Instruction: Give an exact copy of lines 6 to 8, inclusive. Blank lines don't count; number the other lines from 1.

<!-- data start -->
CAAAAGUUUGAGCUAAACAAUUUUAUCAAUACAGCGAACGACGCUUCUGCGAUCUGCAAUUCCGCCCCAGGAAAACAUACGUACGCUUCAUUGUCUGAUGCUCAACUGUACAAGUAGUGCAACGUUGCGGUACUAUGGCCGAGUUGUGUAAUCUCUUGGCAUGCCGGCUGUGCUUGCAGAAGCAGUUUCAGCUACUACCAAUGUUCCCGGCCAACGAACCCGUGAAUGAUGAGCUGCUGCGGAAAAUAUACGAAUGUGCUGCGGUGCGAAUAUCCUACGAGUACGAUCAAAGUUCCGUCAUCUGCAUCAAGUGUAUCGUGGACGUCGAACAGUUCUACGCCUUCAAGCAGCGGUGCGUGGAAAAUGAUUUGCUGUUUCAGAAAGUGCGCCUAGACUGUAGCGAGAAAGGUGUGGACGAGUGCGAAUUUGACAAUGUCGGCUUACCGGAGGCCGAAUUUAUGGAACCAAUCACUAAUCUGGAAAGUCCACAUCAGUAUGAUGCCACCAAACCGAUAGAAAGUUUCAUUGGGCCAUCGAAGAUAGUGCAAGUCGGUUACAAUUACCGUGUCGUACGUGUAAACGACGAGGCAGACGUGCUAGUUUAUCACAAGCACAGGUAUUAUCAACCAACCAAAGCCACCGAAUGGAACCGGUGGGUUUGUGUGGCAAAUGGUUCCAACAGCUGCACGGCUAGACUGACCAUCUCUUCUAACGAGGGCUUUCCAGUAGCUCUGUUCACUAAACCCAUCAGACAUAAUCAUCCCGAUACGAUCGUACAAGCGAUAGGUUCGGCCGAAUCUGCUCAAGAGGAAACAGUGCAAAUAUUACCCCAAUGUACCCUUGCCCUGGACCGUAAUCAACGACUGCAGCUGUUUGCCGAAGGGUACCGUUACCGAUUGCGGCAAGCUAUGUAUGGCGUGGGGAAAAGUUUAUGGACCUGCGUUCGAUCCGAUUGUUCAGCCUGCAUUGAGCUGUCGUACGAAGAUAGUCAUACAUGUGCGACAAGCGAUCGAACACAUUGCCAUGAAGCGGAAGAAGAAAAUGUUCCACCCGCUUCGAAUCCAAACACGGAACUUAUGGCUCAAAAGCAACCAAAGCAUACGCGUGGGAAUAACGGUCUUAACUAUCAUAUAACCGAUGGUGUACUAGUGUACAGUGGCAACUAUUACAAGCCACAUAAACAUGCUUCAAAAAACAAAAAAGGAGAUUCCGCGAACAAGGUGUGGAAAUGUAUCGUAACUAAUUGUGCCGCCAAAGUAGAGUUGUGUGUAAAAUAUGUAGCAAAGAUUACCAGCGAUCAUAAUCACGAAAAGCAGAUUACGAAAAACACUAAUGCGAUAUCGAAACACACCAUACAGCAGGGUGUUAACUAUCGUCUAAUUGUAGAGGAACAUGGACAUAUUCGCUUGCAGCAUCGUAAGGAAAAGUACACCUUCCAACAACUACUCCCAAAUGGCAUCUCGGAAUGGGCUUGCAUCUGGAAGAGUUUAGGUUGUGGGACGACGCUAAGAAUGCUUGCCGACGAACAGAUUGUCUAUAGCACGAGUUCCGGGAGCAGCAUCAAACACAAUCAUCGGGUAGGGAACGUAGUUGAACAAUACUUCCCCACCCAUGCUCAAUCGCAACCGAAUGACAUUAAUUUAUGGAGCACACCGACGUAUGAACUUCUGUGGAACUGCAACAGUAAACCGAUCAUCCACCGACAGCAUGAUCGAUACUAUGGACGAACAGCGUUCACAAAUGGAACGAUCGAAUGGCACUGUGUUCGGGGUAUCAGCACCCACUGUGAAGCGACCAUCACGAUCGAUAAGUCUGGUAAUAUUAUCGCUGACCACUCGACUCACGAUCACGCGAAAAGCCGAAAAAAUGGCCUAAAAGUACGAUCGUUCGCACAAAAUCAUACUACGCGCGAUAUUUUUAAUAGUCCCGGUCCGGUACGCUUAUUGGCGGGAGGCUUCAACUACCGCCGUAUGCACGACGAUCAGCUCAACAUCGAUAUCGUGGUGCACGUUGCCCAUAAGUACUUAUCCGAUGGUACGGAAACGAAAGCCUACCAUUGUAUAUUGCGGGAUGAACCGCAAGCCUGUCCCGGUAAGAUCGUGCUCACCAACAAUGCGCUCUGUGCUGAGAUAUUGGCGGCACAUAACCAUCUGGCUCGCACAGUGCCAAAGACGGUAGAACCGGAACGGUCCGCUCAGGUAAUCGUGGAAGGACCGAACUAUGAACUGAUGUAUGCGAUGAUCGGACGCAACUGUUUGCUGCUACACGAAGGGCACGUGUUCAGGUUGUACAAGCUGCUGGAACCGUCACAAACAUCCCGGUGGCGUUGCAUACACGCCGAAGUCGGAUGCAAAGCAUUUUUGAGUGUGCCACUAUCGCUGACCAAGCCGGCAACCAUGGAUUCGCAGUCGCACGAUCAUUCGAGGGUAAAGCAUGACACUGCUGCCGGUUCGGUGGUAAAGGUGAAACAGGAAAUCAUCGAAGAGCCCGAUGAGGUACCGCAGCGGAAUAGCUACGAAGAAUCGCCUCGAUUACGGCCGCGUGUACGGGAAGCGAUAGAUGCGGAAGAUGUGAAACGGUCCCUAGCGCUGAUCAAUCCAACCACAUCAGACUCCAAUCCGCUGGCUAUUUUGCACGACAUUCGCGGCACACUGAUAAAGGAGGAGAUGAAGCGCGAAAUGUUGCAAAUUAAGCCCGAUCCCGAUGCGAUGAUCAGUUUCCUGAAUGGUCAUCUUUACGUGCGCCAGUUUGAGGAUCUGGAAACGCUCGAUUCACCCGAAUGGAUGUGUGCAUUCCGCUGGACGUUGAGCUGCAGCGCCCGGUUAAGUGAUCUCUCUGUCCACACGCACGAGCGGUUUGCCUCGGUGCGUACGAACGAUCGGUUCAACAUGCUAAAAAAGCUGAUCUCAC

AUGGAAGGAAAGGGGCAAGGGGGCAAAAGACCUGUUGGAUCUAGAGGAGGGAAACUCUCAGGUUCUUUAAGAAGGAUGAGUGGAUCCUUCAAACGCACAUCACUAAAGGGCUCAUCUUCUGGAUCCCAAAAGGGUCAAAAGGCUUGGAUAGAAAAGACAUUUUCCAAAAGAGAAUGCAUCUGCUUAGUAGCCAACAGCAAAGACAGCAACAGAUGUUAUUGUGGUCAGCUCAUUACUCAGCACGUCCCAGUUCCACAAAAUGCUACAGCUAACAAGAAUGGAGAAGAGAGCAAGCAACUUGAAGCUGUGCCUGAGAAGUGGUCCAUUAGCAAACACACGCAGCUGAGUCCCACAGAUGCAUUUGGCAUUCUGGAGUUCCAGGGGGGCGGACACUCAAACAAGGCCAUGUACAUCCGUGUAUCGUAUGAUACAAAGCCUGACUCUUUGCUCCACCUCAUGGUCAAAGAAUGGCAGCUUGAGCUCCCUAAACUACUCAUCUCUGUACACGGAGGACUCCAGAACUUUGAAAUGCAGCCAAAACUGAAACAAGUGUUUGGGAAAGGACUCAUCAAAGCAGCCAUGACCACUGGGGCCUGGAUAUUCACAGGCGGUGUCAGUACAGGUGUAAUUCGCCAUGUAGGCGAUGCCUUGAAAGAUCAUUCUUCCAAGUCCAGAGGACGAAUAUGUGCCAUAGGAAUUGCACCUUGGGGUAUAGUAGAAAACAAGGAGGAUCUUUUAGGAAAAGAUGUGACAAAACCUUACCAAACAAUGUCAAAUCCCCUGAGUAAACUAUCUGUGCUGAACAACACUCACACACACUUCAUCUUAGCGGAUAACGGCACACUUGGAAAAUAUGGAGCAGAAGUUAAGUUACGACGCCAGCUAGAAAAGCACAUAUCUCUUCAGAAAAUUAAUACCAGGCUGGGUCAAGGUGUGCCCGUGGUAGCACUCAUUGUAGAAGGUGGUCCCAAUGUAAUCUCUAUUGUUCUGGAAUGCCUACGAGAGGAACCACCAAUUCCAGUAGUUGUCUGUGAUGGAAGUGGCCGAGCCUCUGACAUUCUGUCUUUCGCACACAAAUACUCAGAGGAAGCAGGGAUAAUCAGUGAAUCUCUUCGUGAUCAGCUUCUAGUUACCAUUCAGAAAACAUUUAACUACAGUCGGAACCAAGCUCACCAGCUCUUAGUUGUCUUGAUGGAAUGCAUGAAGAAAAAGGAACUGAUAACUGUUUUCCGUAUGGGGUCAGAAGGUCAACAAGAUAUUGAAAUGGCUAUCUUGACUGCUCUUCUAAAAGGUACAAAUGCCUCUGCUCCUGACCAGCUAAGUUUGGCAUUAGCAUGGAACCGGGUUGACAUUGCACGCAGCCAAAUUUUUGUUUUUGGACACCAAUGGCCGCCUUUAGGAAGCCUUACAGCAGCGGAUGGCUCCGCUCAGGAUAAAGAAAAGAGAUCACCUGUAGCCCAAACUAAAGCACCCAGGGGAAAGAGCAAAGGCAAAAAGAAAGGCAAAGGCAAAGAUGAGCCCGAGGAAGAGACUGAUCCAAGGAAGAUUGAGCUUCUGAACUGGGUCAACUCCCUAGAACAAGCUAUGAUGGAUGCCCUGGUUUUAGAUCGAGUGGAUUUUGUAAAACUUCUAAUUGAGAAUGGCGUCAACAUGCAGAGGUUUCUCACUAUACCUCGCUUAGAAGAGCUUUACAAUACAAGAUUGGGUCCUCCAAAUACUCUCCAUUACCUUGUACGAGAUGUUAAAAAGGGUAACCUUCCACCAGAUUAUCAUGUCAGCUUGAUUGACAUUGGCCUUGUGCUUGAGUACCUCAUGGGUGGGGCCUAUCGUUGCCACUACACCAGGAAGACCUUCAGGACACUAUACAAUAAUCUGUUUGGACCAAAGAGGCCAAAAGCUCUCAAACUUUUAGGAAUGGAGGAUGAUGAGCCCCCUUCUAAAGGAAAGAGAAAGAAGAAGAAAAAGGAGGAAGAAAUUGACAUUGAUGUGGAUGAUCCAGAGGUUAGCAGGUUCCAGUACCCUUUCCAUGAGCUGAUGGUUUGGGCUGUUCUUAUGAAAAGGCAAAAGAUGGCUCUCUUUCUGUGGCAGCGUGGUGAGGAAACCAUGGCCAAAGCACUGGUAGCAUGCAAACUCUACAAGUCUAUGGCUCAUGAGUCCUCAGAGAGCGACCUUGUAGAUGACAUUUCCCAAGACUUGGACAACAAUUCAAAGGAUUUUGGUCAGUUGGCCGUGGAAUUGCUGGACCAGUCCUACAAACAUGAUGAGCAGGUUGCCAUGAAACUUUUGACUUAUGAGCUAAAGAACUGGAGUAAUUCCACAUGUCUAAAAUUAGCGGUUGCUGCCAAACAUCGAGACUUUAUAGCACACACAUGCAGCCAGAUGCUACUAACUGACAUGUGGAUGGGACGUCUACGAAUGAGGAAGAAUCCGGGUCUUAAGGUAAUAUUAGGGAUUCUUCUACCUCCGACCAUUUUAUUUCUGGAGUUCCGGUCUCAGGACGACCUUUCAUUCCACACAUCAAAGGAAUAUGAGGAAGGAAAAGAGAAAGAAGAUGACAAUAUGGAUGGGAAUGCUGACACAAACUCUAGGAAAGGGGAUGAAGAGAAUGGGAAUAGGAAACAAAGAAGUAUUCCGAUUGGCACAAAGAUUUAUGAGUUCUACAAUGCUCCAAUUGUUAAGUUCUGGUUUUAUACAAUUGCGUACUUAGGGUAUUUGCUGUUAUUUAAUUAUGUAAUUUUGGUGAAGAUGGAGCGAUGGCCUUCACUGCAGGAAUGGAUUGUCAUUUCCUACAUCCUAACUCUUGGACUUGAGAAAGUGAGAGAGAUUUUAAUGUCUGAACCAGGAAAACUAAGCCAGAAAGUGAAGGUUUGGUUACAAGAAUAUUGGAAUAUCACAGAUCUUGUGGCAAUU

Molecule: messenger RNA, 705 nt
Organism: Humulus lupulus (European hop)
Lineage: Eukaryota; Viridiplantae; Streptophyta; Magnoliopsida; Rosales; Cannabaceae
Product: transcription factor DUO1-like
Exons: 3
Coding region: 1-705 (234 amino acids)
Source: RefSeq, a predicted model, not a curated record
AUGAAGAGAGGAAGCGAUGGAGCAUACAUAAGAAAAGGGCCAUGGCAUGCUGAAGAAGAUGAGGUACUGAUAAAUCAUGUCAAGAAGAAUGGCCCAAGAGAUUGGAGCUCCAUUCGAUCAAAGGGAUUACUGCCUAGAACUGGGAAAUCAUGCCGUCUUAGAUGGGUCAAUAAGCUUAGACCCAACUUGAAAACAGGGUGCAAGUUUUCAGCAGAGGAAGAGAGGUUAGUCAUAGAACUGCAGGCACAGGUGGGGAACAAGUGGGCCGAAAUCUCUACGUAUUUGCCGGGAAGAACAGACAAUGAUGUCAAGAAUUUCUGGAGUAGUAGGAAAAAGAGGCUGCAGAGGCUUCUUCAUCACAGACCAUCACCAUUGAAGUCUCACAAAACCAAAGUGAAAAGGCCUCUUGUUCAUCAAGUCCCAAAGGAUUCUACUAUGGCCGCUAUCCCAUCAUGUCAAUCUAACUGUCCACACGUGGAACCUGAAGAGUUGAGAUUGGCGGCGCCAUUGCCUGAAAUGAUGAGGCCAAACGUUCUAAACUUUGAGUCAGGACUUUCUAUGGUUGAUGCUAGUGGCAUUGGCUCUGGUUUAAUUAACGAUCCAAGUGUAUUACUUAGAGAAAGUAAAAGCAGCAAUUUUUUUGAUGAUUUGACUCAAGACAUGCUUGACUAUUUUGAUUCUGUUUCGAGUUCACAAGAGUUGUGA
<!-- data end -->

Product: transcription factor DUO1-like
Exons: 3
Coding region: 1-705 (234 amino acids)